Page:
V&A Dundee

It’s been a real joy to see Dundee celebrating the opening of its stunning Victoria and  Albert Museum, designed by Kengo Kuma. While the building has raised some questions, it chimes so well with the nautical heritage of the city while also being an engineering tour de force.

Dundee and much of Scotland appear rather excited… and so they should be. There has been little to celebrate culturally in the northern lands in recent years, so this wonderful project really lifts the spirit.

It was nice to see Glasgow band Primal Scream performing at the opening and, with reference to Glasgow, I am especially drawn to the restored Charles Rennie Mackintosh Oak Room from the Ingram Street Tea Rooms in the museum. This is a ‘lost’ Mackintosh work reputed to be the prelude to the destroyed Glasgow School of Art Library. The Oak Room and the recent restoration of the Willow Tea Rooms in Glasgow are counterpoints of hope to the otherwise unmitigated disaster of the Glasgow School of Art.

The V&A is part of the Dundee Waterfront, a visionary 30 year town planning project, now half way through, and bearing  fruit for its city of around 140,000 people.

Time to drive up the M74, M8, M90 and have a look!

Photo by Ronnie Macdonald

Hampstead Garden Suburb

St. Jude’s Church in the central area designed by Sir Edwin Lutyens.

I’ve had an enjoyable afternoon at Hamstead Garden Suburb today, part of a private study project into the suburb and it’s buildings. The master planners were Raymond Unwin and Barry Parker, who also jointly designed Letchworth Garden City around the same time. A little later, Wythenshaw, Manchester was designed by Barry Parker. Edwin Lutyens also had a major influence on the suburb, especially in the design of the central area and the styling of many buildings.

Corringham Road

Hampstead is the most famous of all the pioneer Garden Suburbs and its layout, buildings, gardens and planting are all intensely artistic. I especially enjoyed the synergy between the architecture and the hedges and gardens. Hampstead may have been designed a hundred years ago but its appearance is recreated every year through the activities of its gardeners.

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Building the future on a great heritage

The Town & Country Planning Association (TCPA for short) has been going ever since modern planning was invented. It was originally called the Garden City Association and has direct links to the heritage of the Arts & Crafts Movement (writ large) and the three pioneering garden cities of Letchworth (by Barry Parker & Raymond Unwin) and Welwyn Garden City (by Louis de Soissons), both in Hertfordshire, and the larger Wythenshaw (by Barry Parker) in Manchester.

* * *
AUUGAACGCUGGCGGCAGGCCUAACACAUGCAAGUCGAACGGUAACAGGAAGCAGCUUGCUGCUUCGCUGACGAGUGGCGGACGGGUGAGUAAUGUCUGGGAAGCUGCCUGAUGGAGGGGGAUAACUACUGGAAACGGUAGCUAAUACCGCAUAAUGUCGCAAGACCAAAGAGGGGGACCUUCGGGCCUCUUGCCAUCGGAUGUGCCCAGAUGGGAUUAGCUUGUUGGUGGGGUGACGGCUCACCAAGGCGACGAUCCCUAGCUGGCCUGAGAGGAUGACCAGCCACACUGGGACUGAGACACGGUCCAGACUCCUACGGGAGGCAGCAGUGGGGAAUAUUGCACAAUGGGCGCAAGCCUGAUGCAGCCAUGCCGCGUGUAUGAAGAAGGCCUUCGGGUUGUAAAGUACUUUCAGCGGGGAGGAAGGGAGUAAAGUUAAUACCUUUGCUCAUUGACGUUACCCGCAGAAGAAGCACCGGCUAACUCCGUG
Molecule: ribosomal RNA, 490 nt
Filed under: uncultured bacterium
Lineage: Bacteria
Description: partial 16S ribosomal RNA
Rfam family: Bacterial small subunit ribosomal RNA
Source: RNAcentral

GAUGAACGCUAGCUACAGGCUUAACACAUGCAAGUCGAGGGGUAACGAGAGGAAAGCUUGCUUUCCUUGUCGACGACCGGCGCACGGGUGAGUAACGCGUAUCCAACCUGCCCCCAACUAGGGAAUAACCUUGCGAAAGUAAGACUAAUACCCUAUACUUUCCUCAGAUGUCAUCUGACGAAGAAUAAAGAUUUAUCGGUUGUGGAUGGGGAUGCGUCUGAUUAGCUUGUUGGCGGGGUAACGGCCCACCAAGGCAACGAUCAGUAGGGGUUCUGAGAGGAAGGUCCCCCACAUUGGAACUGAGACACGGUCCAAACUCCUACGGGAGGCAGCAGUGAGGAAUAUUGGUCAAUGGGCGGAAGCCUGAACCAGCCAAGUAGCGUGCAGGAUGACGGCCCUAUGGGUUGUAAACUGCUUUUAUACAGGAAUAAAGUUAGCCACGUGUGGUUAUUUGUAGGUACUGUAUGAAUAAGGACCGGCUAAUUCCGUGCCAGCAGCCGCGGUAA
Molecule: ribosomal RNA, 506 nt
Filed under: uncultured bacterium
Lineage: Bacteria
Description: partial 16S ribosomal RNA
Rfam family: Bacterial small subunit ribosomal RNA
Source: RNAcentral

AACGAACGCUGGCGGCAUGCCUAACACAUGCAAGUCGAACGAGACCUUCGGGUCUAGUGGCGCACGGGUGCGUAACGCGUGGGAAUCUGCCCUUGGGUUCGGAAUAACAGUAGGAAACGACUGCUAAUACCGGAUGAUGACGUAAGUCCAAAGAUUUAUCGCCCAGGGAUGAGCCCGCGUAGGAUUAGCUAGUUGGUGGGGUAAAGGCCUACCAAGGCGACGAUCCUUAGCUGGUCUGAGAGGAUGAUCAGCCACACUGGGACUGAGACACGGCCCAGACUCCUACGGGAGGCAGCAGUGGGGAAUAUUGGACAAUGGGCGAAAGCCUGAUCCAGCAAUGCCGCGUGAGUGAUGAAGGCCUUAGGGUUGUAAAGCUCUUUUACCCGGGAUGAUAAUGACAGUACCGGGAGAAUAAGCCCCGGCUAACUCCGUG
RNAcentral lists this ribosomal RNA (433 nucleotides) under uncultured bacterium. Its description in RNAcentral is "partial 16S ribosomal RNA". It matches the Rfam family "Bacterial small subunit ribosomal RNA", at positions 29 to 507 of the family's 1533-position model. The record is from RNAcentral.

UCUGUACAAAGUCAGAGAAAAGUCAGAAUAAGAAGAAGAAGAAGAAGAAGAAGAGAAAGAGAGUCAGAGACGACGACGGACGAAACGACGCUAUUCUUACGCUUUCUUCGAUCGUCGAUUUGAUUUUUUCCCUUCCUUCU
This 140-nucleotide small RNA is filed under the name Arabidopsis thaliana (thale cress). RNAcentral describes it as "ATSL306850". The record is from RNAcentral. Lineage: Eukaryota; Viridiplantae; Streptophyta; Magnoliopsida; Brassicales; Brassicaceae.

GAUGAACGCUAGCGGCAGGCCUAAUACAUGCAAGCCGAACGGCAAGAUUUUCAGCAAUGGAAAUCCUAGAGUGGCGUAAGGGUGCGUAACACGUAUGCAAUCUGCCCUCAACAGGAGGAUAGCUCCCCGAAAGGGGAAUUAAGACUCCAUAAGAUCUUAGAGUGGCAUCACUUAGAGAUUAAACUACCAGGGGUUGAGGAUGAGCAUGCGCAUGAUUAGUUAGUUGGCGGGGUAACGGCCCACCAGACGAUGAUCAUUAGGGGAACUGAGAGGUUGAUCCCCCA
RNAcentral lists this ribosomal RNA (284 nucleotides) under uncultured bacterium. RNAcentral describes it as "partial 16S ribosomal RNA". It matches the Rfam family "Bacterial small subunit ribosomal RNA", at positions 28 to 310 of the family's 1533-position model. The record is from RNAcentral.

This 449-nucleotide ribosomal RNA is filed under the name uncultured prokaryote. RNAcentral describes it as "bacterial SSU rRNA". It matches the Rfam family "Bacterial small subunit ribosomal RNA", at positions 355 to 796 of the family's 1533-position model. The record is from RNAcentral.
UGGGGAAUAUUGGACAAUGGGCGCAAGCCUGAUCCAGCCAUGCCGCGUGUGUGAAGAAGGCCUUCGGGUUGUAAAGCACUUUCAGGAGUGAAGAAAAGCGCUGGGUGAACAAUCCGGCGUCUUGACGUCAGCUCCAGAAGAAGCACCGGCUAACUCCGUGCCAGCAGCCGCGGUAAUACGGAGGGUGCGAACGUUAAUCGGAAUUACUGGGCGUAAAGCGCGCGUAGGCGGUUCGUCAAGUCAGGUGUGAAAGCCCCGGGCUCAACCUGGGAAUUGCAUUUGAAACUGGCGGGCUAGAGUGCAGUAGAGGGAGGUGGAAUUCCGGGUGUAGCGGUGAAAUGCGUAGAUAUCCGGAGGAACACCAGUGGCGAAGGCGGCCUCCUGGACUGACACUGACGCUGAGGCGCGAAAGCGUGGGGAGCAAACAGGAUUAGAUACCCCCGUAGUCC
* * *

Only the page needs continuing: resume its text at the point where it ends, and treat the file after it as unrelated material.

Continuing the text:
Alkrington Garden Village was designed by Thomas Adams of the Garden City Association and Letchworth Garden City. The semi-detached houses were designed by Arts & Crafts architect Edgar Wood. Photo. David Morris

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Briarcourt – a place of hope

I visited Briarcourt today. It’s an early Arts and Crafts Movement house at Lindley, near Huddersfield, built in 1894 for the Sykes family. The designer was Manchester’s Edgar Wood. He was related to the Sykes and consequently designed several buildings in the area, including the famous Lindley Clock Tower. Continue reading “Briarcourt – a place of hope”

Blackwell – The Arts & Crafts House

Travelling back from the Lakes, it was time for my annual pilgrimage to Mackay Hugh Baillie-Scott’s Lancashire masterpiece, Blackwell near Bowness, Windermere – a truly wonderful house. Below are some of my happy snaps taken on the phone (please forgive the quality).

If you’ve never been before, Blackwell is well worth a visit… the house excels as a beautifully kept ‘walk-in art exhibit’. It is a fantasy house every bit as much as, say, Charles Rennie Mackintosh’s House for an Art Lover.  I am trying to learn some of the lessons of the excellent crisp presentation at Blackwell, for when I advise my colleagues on the care of Walter Brierley’s house, Hollins Hill, a.k.a. The Haworth, Accrington.
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